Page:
6. Comparision between activity indicators

After assessing the variability for our four indices, we now compare them to assess their mid-term correlations. Table 4 shows the Pearson correlation coefficients between the activity indices for our sample (ρ). Nbins is the number of bins for each star (Nbins(S) for comparisons using the S index). The false-alarm probability (FAP) was computed by bootstraping the nightly averaged data, then binning the data every 150 days, and calculating the coefficient for each of the 10 000 permutations. A significant FAP was then chosen for values  <0.05 (95% significance level) and highlighted in bold.

Table 4

Pearson correlation coefficients between the activity indices.

6.1. SCa   II vs. Hα

Six stars (out of 23, corresponding to 26% of the sample) show a significant positive correlation between the SCa   II and Hα indices (Table 4). Around 57% of the sample have a positive correlation between S and Hα higher than 0.5. Although it has been claimed that a strong correlation between these two indices exists, it is not clear if that is the case for all stellar types or levels of activity (e.g. Montes et al. 1995; Strassmeier et al. 1990; Robinson et al. 1990; Giampapa et al. 1989).

Cincunegui et al. (2007b) studied the correlation between these two indices for a sample of 109 stars ranging in spectral type from F6 to M5. These authors found a great variety of correlations between  −1 and 1.

More recently, Walkowicz & Hawley (2009) compared simultaneous spectra of Ca ii and Balmer lines for a sample of M 3 dwarfs and observed that the relationship between calcium and Hα is not linear: weak absorption of the Hα line can correspond either to weak or intermediate Ca ii K emission, as proposed by Cram & Giampapa (1987) and previously observed by Stauffer & Hartmann (1986; see also Rauscher & Marcy 2006).

Meunier & Delfosse (2009) also studied these indices for the Sun, and although we used 150 day bins and they used individual measurements, their discussion about the relation between Ca   ii and Hα can provide interesting insights here. These authors pointed out that if the timescale of the observations covered less than the solar cycle, the correlation could decrease to negative values. We do not have information about the length of the cycles of these stars (or if they have periodic cycles), but because our maximum timespans are in the 6-year range or less, the conclusion by Meunier & Delfosse (2009) for the low positive or negative values of the correlation coefficient might be a possibility. Another possibility to explain the low and negative values of the correlation coefficients might be explained by the different sensitivity of the indices to different activity phenomena. For the Sun, the surface coverage of plages as measured by the two indices is not exactly the same: it is smaller for Hα than for the Ca   ii lines (Meunier & Delfosse 2009). This will reduce the correlation between them. Furthermore, the Hα line is more sensitive to the presence of dark filaments. As Meunier & Delfosse (2009) pointed out, this will reduce the correlation coefficient to values closer to zero if the filaments and plages are not sharing the same positions on the disk of the star. If the filaments are spatially well-correlated with plages, the correlation between the two indices will tend to negative values. Thus, the anti-correlation found for Gl526 with a Pearson correlation coefficient of  − 0.78 (FAP = 13%) can be an indication that the plages and filaments are spatially well-correlated for that star. Stars with strong positive correlations (and higher levels of activity) such as Gl176, Gl205, Gl382, and Gl479 probably have a saturated filament contribution to Hα that therefore does not influence the index as much as the plage contribution.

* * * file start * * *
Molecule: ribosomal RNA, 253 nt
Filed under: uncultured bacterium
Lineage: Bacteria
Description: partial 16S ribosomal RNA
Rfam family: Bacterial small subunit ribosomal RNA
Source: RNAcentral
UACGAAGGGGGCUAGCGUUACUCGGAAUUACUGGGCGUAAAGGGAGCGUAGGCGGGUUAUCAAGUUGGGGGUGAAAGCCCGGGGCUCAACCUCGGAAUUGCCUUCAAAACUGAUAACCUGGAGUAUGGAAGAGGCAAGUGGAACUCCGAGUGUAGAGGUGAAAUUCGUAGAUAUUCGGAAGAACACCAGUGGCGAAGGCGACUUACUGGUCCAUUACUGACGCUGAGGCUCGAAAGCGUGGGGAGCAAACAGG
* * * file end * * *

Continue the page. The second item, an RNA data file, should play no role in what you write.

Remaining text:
Figure 3 (left panel) shows the Pearson correlation coefficient between these two indices against the mean values of the S-index. Open squares are values with FAP  ≤ 0.01, open circles for 0.01 <  FAP  ≤ 0.05, and “plus” (“ + ”) symbols for FAP values higher than 0.05.

As was found by Cincunegui et al. (2007b), we obtain a great variety of correlations from around –0.8 to 1. Nevertheless, there is a tendency in our sample for the positive correlations. A trend can be observed when the correlation coefficient is plotted against the mean SCa   II: for values of S lower than around 0.035 there are no significant correlations and for S higher than  ~0.035, there are only positive correlations and some of them with statistical significance. This trend is not observed when the correlation is plotted against the mean values of Hα.

An interpretation of this could be that because the Hα is more sensitive to filaments than the S-index, as the activity gets stronger (higher SCa   II) the contribution of plages becomes more important to the Hα index than the contribution coming from filaments, because their contribution saturates at a certain activity level (Meunier & Delfosse 2009). This will produce the observed positive correlation between the two indices for higher values of S. We could also argue that this is an effect of the difficulty of obtaining statistically significant correlations for stars with lower activity values but this seems not to be the case because we found significant correlations for the cases of Na i and He i for low values of S (middle and right panels of Fig. 3). We therefore attribute this trend to the decrease of the importance of filaments and the increase of the contribution of plages to the Hα index as the activity level of the stars increases.